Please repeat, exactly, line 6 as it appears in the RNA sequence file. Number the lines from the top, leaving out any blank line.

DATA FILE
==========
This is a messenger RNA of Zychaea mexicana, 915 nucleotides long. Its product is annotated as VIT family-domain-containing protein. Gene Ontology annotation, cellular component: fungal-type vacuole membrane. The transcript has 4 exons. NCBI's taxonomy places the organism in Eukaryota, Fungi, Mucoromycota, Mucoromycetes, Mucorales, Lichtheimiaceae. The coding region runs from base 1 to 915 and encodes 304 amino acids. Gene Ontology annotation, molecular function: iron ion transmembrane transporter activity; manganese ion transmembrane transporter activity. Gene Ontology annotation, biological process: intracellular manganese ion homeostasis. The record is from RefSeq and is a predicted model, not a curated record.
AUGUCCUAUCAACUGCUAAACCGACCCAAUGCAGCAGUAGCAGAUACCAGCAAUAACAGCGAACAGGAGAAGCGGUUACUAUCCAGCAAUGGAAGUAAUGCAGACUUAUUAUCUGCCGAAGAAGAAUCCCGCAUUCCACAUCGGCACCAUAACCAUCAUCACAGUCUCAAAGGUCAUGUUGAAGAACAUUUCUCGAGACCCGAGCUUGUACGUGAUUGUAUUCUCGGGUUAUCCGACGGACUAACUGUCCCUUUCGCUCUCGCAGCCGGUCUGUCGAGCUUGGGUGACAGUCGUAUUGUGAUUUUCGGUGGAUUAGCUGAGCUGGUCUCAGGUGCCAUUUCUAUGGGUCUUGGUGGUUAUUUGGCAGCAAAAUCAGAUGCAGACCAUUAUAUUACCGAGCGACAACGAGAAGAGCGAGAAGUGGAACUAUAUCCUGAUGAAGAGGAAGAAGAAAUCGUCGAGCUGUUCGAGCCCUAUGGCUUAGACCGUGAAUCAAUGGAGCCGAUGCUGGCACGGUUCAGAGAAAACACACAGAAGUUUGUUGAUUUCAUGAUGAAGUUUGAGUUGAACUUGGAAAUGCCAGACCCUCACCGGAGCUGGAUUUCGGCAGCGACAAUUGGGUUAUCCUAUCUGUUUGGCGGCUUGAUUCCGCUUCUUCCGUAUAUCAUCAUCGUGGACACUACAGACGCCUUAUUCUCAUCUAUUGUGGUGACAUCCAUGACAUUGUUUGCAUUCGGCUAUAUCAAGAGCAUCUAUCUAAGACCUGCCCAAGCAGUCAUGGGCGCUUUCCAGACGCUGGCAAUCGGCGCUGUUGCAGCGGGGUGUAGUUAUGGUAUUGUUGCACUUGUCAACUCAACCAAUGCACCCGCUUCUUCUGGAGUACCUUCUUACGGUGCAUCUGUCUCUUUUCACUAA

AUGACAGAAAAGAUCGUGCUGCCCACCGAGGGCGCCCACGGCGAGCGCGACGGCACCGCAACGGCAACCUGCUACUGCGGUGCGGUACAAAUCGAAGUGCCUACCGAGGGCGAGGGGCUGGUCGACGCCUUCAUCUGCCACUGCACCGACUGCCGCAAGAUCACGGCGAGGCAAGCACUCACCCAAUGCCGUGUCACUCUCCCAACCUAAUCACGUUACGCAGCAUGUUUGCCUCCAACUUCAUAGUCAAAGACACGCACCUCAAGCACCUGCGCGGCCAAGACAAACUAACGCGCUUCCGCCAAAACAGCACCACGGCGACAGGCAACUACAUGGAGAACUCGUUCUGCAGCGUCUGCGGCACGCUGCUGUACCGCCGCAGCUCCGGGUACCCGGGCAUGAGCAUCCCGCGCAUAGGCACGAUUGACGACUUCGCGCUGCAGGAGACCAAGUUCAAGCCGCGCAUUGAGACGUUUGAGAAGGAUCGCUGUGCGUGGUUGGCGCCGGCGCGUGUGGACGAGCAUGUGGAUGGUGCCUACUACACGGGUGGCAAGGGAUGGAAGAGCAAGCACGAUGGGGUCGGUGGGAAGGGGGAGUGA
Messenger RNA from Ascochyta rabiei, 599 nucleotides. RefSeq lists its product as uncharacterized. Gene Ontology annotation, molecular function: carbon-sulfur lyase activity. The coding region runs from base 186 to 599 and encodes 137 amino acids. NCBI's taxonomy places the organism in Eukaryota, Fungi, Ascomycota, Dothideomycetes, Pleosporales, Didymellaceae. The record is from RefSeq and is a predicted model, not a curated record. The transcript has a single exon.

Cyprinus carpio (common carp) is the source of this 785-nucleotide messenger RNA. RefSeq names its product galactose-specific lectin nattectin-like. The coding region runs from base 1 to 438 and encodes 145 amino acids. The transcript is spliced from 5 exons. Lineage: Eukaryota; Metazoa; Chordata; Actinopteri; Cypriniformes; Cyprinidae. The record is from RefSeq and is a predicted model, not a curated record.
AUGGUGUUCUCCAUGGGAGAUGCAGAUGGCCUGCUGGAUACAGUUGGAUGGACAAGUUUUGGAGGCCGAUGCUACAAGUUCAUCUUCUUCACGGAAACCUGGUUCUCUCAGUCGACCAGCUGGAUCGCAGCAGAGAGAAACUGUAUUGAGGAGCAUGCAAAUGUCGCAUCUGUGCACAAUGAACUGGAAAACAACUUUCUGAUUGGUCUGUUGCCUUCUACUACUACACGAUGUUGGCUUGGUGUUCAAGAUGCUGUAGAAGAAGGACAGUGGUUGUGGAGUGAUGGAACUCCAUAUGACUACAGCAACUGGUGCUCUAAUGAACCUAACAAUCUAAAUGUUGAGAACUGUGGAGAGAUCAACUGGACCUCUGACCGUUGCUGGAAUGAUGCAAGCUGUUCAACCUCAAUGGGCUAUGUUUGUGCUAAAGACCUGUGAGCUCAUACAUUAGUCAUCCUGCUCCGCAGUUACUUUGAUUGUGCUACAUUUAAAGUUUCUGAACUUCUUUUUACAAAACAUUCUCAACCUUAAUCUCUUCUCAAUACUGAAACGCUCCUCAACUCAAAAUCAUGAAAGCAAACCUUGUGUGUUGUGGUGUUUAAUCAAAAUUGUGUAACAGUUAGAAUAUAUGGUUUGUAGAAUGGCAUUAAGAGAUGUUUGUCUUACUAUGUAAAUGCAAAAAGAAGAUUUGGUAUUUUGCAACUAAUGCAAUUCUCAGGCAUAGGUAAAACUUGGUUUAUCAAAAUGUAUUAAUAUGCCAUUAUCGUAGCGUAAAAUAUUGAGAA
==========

AUGGUGUUCUCCAUGGGAGAUGCAGAUGGCCUGCUGGAUACAGUUGGAUGGACAAGUUUUGGAGGCCGAUGCUACAAGUUCAUCUUCUUCACGGAAACCUGGUUCUCUCAGUCGACCAGCUGGAUCGCAGCAGAGAGAAACUGUAUUGAGGAGCAUGCAAAUGUCGCAUCUGUGCACAAUGAACUGGAAAACAACUUUCUGAUUGGUCUGUUGCCUUCUACUACUACACGAUGUUGGCUUGGUGUUCAAGAUGCUGUAGAAGAAGGACAGUGGUUGUGGAGUGAUGGAACUCCAUAUGACUACAGCAACUGGUGCUCUAAUGAACCUAACAAUCUAAAUGUUGAGAACUGUGGAGAGAUCAACUGGACCUCUGACCGUUGCUGGAAUGAUGCAAGCUGUUCAACCUCAAUGGGCUAUGUUUGUGCUAAAGACCUGUGAGCUCAUACAUUAGUCAUCCUGCUCCGCAGUUACUUUGAUUGUGCUACAUUUAAAGUUUCUGAACUUCUUUUUACAAAACAUUCUCAACCUUAAUCUCUUCUCAAUACUGAAACGCUCCUCAACUCAAAAUCAUGAAAGCAAACCUUGUGUGUUGUGGUGUUUAAUCAAAAUUGUGUAACAGUUAGAAUAUAUGGUUUGUAGAAUGGCAUUAAGAGAUGUUUGUCUUACUAUGUAAAUGCAAAAAGAAGAUUUGGUAUUUUGCAACUAAUGCAAUUCUCAGGCAUAGGUAAAACUUGGUUUAUCAAAAUGUAUUAAUAUGCCAUUAUCGUAGCGUAAAAUAUUGAGAA